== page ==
Las Encuestas Del Censo Están Disponible – ¿Y Ahora Qué?”

¡Ya es hora! A partir del 12 de marzo, todos los hogares en los Estados Unidos pueden completar el Censo por teléfono, en persona y en línea. Como resultado de COVID-19, la Oficina del Censo de los Estados Unidos modificó sus operaciones; uno de los cuales es que los hogares tienen dos semanas adicionales hasta el 14 de agosto para completar el cuestionario. Queremos enfatizar que su información permanecerá segura. No hay preguntas sobre la ciudadanía en el Censo y no hay costo asociado con su presentación. Todos los hogares necesitan completar el Censo, sin importar el estatus de residencia o demográfico.

Esta es una oportunidad para que todos digan, “¡Estamos aquí y contamos!” Los latinos necesitan participar en el Censo de este año, ya que son un grupo históricamente menos probable que sea contado. De hecho, son más probables los latinos a no incluir sus hijos en el censo. Esto es particularmente impresionante ya que las estadísticas que provienen del Censo afectan la cantidad de financiamiento que reciben los programas públicos, como nuestro Centro de Desarrollo Infantil José Martí o cualquiera de nuestros otros 42 programas y servicios. Las organizaciones sin fines de lucro, como El Centro de la Raza, perderán financiamiento si no hay un recuento preciso del Censo 2020.

Para combatir este corto número, El Centro de la Raza ahora está ofreciendo ayuda para completar el Censo por teléfono. Llame al 206-957-4605 entre las 8:30 a.m. y las 5 p.m. para hablar con el personal de El Centro de la Raza. La Oficina de Censos de los Estados Unidos también ha proporcionado ayuda para completar el Censo en los siguientes idiomas:

•             English: 844-330-2020

•             Spanish: 844-468-2020

•             Chinese (Mandarin): 844-391-2020

•             Chinese (Cantonese): 844-398-2020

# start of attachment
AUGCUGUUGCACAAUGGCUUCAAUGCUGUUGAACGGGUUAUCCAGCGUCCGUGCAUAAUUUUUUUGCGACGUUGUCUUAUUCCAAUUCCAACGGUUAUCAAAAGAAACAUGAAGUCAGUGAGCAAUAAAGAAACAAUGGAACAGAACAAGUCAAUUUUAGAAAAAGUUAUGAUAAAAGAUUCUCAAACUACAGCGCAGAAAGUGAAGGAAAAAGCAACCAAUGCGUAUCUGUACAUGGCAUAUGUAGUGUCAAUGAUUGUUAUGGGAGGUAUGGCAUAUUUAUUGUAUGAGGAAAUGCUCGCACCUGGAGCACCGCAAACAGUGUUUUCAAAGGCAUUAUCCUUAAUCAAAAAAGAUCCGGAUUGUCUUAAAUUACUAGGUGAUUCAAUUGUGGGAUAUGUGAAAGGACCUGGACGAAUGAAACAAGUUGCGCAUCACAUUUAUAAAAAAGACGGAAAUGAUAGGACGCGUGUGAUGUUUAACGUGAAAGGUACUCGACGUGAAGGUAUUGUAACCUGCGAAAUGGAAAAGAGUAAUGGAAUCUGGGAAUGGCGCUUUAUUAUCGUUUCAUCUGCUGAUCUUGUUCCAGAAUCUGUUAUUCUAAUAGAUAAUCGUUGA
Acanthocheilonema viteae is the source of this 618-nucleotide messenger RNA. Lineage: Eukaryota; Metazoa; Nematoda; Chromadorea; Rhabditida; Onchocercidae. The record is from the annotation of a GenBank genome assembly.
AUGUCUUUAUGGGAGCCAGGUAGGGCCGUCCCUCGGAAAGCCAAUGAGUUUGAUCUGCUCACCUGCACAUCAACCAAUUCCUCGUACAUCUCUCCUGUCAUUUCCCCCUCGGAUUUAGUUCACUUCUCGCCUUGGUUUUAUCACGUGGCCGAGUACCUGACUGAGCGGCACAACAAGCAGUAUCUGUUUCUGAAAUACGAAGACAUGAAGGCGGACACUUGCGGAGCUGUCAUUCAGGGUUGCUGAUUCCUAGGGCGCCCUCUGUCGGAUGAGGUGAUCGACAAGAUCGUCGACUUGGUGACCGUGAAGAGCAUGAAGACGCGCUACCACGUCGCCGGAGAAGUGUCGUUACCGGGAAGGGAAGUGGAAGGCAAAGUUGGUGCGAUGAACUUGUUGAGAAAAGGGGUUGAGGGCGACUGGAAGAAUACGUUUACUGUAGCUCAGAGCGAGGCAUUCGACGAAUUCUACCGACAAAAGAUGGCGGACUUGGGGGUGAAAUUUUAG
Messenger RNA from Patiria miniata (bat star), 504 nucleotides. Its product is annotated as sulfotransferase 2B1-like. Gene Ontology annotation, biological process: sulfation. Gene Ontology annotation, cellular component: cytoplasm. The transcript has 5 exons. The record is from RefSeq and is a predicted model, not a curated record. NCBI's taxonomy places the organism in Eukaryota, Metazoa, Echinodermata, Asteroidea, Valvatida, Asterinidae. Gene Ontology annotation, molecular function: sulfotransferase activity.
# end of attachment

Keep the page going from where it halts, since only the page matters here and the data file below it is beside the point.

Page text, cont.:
•             Vietnamese: 844-461-2020

•             Korean: 844-392-2020

•             Russian: 844-417-2020

•             Arabic: 844-416-2020

•             Tagalog: 844-478-2020

•             Polish: 844-479-2020

•             French: 844-494-2020

•             Haitian Creole: 844-477-2020

•             Portuguese: 844-474-2020

•             Japanese: 844-460-2020

•             English (for Puerto Rico residents): 844-418-2020

•             Spanish (for Puerto Rico residents): 844-426-2020

•             TDD (Telephone Display Device): 844-467-2020

Census Surveys Are Out – What Now?

The time is now! As of March 12, all households across the United States can fill out the Census over the phone, in-person, and online. As a result of COVID-19, the U.S. Census Bureau made adjustments to its operations; one of which is, households have two additional weeks until August 14 to complete the questionnaire. We want to emphasize that your information will remain safe and secure. There is no citizenship question on the Census and no cost affiliated with filing it out. Every household needs to complete the Census, regardless of residency status or demographic.

This is an opportunity for everyone to say, “We’re Here, and We Count!” Latinos need to participate in this year’s Census as they are a historically undercounted group. In fact, Latinos are more likely than non-Latinos not to report their children on the Census forms. This is particularly shocking as the statistics that come from the Census affect how much funding public programs receive, such as our Jose Marti Child Development Center or any of our other 42 programs and services. Non-profits, such as El Centro de la Raza, stand to lose funding if there is not an accurate count for the 2020 Census.

To combat this undercount, El Centro de la Raza is now offering help to fill out the Census over the phone. Call 206-957-4605 between 8:30 AM and 5 PM to speak with an El Centro de la Raza staff. The United States Census Bureau has also provided help filling out the Census in the following languages:

•             English: 844-330-2020

•             Spanish: 844-468-2020

•             Chinese (Mandarin): 844-391-2020

•             Chinese (Cantonese): 844-398-2020

•             Vietnamese: 844-461-2020

•             Korean: 844-392-2020

•             Russian: 844-417-2020

•             Arabic: 844-416-2020

•             Tagalog: 844-478-2020

•             Polish: 844-479-2020

•             French: 844-494-2020

•             Haitian Creole: 844-477-2020

•             Portuguese: 844-474-2020

•             Japanese: 844-460-2020

•             English (for Puerto Rico residents): 844-418-2020

•             Spanish (for Puerto Rico residents): 844-426-2020

•             TDD (Telephone Display Device): 844-467-2020